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The Axeman’s Carnival by Catherine Chidgey
Last book of the year and an absolute favourite. I devoured this in a couple of long sessions after Christmas and it’s a splendid read, just perfect to take on holiday (or mooch in the hammock at home ignoring things, as I did). I hand on heart recommend this to anyone. It’s such a great yarn. Very rural kiwi.
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Demon Copperhead, by Barbara Kingsolver
Yes, yes, yes. Can Barbra Kingsolver write yet another ground-breakingly brilliant novel? Can this intellectual powerhouse of a woman, at 67, write convincingly as a troubled, drug addled, abused orphaned boy? And finally: how on earth does she do this – is she a shape-shifter? As to the question: do you have to read David Copperfield first to understand Demon Copperhead? The answer is no. The book stands on its own, the nod to Dickens a realisation that the societal blindness of 170 years ago hasn’t changed. The bottom of the pile still stinks.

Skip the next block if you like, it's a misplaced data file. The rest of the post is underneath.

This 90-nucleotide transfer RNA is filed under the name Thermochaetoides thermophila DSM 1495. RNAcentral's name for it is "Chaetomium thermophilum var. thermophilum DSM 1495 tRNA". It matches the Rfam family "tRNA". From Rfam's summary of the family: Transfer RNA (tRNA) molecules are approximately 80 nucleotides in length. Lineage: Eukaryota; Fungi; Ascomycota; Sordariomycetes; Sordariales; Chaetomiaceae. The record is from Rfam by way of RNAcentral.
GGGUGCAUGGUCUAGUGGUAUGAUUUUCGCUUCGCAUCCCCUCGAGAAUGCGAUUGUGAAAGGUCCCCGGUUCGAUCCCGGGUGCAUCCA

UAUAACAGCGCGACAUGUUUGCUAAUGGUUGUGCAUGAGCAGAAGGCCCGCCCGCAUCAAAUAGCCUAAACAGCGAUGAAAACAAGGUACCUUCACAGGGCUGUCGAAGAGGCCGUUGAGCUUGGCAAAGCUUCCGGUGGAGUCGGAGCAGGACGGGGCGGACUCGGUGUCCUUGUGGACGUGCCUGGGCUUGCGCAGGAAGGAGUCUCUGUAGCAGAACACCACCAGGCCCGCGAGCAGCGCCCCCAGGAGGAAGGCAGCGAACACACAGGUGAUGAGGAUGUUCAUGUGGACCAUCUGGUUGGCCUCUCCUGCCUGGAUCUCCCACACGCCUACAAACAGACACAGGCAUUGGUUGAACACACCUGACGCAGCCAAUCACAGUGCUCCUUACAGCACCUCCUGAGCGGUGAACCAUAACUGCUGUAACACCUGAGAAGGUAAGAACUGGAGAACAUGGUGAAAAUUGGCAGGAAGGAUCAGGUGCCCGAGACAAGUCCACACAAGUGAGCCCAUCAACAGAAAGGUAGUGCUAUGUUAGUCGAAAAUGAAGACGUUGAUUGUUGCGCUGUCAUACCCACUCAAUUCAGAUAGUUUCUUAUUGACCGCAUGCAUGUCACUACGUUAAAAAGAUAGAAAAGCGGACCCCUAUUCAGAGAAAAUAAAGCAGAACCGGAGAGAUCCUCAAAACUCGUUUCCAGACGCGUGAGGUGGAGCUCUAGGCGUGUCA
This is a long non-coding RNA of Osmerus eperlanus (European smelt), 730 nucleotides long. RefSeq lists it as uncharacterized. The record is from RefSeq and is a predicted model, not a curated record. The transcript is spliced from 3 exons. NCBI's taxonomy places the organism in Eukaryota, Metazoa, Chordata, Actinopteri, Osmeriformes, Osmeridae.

Hillbillies. They’re a bit of a joke, surely? It’s an historical term for unsophisticated, rural folk who live in the boondocks and marry their cousins. This story takes us there, into the hills of Lee County, Virginia, to the deprivations of trailer-life poverty and a boy, Damon, growing up hungry in a fully dysfunctional life. They try to own the word “hillbilly” but it still owns them.
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Through the Lonseome Dark, by Paddy Richardson